In parasitic worm infection both the host and the worm produce cannabis-like molecules

The research, done on a mouse model, identifies cell signaling pathways associated with the endocannabinoid system that could be targeted to develop therapeutic treatments aimed at eliminating worm infection or improving infection outcomes.

Endocannabinoids are cannabis-like molecules made naturally by our own body to regulate several processes: immune, behavioral, and neuronal. As with cannabis, endocannabinoids can enhance feeding behavior and reduce pain and inflammation.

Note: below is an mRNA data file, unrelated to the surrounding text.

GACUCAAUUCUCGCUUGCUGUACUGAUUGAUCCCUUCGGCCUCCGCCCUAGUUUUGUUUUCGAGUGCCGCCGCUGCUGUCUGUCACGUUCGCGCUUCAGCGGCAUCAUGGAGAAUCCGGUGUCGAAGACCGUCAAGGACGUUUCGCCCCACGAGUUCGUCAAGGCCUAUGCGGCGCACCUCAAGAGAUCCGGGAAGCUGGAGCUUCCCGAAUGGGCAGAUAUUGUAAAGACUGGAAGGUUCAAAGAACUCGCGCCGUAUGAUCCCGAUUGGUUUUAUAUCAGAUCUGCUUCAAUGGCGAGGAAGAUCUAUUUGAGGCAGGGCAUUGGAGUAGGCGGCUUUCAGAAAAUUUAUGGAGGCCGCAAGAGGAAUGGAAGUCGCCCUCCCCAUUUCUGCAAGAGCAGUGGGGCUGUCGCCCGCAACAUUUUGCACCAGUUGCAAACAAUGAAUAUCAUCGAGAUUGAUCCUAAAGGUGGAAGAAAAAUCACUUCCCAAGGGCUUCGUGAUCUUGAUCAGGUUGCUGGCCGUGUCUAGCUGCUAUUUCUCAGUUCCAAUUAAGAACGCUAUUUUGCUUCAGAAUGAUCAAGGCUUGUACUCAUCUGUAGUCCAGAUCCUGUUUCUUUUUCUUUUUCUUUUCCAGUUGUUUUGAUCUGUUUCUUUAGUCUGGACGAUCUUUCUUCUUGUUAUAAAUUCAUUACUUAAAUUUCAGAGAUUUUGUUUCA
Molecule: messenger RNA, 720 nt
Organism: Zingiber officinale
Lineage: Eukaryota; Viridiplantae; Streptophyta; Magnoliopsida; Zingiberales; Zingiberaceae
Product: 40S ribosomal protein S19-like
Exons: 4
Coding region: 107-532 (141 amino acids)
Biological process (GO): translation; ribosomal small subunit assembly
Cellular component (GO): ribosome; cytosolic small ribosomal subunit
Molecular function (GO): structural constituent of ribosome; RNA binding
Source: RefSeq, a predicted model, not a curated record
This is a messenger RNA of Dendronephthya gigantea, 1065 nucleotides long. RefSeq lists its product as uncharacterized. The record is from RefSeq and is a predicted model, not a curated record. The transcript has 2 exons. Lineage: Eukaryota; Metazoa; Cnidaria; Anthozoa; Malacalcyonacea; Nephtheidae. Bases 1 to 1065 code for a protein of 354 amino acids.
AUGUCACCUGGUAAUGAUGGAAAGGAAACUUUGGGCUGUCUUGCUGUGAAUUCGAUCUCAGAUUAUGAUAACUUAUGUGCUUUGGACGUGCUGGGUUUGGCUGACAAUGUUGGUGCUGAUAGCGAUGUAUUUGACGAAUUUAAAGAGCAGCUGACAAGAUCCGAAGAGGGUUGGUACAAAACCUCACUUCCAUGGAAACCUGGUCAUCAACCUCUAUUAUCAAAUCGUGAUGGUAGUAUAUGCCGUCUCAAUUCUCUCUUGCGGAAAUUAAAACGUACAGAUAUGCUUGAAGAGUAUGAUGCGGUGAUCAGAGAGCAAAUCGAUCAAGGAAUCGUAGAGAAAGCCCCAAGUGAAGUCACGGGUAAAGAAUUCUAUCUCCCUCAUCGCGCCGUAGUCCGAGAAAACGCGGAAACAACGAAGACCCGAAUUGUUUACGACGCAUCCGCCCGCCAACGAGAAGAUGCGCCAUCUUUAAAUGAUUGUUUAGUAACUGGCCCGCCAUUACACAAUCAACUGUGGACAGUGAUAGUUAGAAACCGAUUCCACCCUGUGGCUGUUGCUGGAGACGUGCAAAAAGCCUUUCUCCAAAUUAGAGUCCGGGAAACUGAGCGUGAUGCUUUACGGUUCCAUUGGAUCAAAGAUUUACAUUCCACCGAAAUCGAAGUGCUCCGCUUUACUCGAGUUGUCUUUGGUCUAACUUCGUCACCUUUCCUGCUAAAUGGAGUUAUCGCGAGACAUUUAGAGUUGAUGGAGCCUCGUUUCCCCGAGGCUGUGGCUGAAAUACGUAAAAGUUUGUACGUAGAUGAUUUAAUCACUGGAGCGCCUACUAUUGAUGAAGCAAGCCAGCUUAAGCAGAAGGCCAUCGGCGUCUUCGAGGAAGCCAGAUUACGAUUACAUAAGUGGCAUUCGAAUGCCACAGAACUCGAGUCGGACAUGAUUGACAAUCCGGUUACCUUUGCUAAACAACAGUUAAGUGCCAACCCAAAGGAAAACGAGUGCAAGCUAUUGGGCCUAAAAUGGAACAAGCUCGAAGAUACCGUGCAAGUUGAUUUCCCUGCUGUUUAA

“Upon worm infection, the host’s intestines produce these cannabis-like molecules maybe as a safety net to dampen pain response,” said Nicholas V. DiPatrizio, an assistant professor of biomedical sciences at the UCR School of Medicine and co-leader of the research project. “What we now have found is that the worms, too, are producing these natural cannabinoids throughout the infection process and especially when the worms penetrate the skin, further dampening the host’s pain response.”

Study results appear in the journal Infection and Immunity.

“Until now, no one had investigated endocannabinoids

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